July 12th, 2014 by MichaelloUR

The most entertaining World Cup in a generation comes down to a final match that pits the planet’s best player against the tournament’s best team.

Lionel Messi will lead Argentina out against Germany at Maracana Stadium on Sunday for a game that will define careers, cement legacies and be watched by a global audience of about a billion viewers.

And it’s a matchup that means more to both sides than just a chance to lift one of the most hallowed trophies in sports.

For Messi, it’s a chance to firmly make his case for being perhaps the greatest ever to play the world’s most popular game. For Germany, it’s an opportunity to make up for a number of near-misses over the last decade and re-establish itself as the dominant force in international football.

And then there’s the matter of settling a historical score. Argentina and West Germany played each other in two straight World Cup finals in 1986 and ’90, games that are well remembered in the sports psyche of both countries. Diego Maradona and Argentina won the first, the Germans took the second. So call this game the tiebreaker.

“At this point who is favorite, who is not, it doesn’t make a difference,” Argentina midfielder Maxi Rodriguez said. “Both teams feel a responsibility to go all the way.”

Most would name Germany as the favorite, especially after its astounding 7-1 drubbing of host Brazil in the semifinals. Argentina only reached the final after eking out a penalty shootout win over the Netherlands following a 0-0 draw through 120 minutes.

Germany also dismantled Argentina 4-0 in the 2010 quarterfinals in South Africa.

“Germany is a great team. What happened to Brazil could happen to any team,” Argentina forward Sergio Aguero said. “(But) we have players who can create danger up front. We’re in the final for a reason.”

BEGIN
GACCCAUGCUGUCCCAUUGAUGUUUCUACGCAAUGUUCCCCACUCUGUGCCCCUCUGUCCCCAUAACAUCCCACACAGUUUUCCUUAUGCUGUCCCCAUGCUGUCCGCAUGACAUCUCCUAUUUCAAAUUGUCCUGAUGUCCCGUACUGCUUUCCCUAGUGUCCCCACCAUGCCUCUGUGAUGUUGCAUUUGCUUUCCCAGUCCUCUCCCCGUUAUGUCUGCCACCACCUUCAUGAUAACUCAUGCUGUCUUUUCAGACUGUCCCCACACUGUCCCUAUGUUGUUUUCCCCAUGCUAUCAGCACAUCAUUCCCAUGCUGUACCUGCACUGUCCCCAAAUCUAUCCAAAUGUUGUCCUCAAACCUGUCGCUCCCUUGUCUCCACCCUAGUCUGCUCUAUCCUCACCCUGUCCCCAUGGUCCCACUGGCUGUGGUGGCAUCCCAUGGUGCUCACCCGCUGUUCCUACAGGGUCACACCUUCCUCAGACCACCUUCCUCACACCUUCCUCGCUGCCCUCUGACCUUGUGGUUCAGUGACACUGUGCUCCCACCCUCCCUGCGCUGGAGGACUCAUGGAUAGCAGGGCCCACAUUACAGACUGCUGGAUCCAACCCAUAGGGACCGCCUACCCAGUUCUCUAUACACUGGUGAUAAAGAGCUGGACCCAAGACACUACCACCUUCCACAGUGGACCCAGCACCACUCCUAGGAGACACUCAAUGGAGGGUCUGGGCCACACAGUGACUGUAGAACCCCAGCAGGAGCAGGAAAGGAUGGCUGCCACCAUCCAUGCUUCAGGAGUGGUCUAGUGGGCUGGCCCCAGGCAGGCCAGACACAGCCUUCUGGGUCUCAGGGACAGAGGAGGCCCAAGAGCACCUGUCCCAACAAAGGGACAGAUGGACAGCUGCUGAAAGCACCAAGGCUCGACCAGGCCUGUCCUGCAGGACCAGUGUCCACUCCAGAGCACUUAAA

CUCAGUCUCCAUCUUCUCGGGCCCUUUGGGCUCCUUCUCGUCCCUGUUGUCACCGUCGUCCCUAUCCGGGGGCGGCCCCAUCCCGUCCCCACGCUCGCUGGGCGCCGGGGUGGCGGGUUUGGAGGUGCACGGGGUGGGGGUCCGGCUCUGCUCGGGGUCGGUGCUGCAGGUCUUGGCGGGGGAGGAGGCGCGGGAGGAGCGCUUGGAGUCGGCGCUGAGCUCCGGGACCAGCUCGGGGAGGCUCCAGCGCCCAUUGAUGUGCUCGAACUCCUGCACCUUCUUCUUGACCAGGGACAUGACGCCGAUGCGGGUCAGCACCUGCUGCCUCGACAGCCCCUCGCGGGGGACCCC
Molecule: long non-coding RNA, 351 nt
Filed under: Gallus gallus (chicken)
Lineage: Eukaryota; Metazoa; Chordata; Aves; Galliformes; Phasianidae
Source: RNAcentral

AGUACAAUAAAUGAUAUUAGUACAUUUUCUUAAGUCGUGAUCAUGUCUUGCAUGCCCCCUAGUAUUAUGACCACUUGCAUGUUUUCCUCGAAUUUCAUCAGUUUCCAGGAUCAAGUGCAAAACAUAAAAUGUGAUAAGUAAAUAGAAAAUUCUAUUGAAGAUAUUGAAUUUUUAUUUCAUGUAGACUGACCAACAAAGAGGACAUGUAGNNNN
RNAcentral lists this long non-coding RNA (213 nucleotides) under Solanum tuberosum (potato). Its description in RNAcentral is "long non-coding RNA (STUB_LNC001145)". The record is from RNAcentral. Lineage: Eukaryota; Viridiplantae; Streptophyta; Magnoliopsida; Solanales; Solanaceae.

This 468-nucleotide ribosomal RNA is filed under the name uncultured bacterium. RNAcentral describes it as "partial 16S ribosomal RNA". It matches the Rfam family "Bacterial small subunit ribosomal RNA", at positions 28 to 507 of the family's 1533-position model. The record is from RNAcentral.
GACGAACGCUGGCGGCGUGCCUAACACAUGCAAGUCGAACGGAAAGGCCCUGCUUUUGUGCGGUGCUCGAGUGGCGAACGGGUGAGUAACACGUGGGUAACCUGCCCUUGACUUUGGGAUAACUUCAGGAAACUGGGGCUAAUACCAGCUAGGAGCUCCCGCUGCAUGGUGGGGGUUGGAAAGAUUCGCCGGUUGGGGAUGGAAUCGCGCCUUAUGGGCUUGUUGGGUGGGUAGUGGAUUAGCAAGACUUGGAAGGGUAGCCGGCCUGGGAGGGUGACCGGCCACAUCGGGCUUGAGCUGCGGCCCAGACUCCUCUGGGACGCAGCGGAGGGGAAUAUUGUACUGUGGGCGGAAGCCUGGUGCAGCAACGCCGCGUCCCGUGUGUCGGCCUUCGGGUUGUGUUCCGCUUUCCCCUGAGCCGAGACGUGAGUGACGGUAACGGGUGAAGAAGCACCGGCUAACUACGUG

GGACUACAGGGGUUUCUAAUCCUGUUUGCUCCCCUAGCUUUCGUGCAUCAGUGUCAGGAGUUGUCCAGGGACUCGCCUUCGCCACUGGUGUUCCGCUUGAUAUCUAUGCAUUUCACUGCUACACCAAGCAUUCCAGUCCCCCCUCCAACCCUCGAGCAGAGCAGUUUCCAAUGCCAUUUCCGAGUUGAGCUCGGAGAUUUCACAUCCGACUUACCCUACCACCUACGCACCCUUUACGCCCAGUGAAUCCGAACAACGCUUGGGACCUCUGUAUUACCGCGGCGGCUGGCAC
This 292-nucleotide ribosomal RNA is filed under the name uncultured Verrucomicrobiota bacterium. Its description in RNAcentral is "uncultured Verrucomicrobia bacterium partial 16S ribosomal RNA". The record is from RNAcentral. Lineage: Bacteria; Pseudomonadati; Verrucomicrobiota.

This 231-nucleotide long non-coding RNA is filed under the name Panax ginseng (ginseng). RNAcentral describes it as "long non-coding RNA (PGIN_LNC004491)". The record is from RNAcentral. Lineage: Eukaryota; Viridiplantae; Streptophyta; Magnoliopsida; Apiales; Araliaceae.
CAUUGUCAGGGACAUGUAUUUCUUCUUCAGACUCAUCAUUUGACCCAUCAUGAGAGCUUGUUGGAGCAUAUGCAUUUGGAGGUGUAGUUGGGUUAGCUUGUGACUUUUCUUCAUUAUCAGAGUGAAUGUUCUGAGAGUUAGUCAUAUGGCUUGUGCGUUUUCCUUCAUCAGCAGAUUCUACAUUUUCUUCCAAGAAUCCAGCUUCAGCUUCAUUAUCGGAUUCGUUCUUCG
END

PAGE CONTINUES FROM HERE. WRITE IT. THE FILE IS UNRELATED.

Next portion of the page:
One thing speaks against Germany, too. No European team has ever won a World Cup played in the Americas. Whether that’s because of the climate, the fan support or something else, Germany thinks it can buck the trend.

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CASTLE Lager Premiership clubs will take advantage of the mid-season transfer window which opened on July

July 8th, 2014 by MichaelloUR

You are here: Home > CASTLE Lager Premiership clubs will take advantage of the mid-season transfer window which opened on July

Following an embarrassing exit from the 2015 Africa Cup of Nations (Afcon) qualification, Zimbabwe is preparing a formidable 2016 Olympic Games soccer squad packed with international stars.


Qualification for the quadrennial global sports fiesta has become Zifas immediate major focus after Septembers Cosafa Cup.

Monaco trialist tear-away winger Kudakwashe Mahachi, AS Nancy midfielder Marvelous Nakamba and Sweden-based linkman Archford Gutu are eligible for the Olympics. Teenage sensation Macauley Bonne of English League One side Colchester United has also availed himself.

The 18-year-old forward was born in England to Zimbabwean parents. All players participating in the preliminary and final competition of the Mens Olympic Football Tournament Rio 2016 shall be born on or after January 1 1993, with the exception of a maximum of three players who do not meet this age limit who may also be included in the official list of players for the final competition, said Fifa in a statement.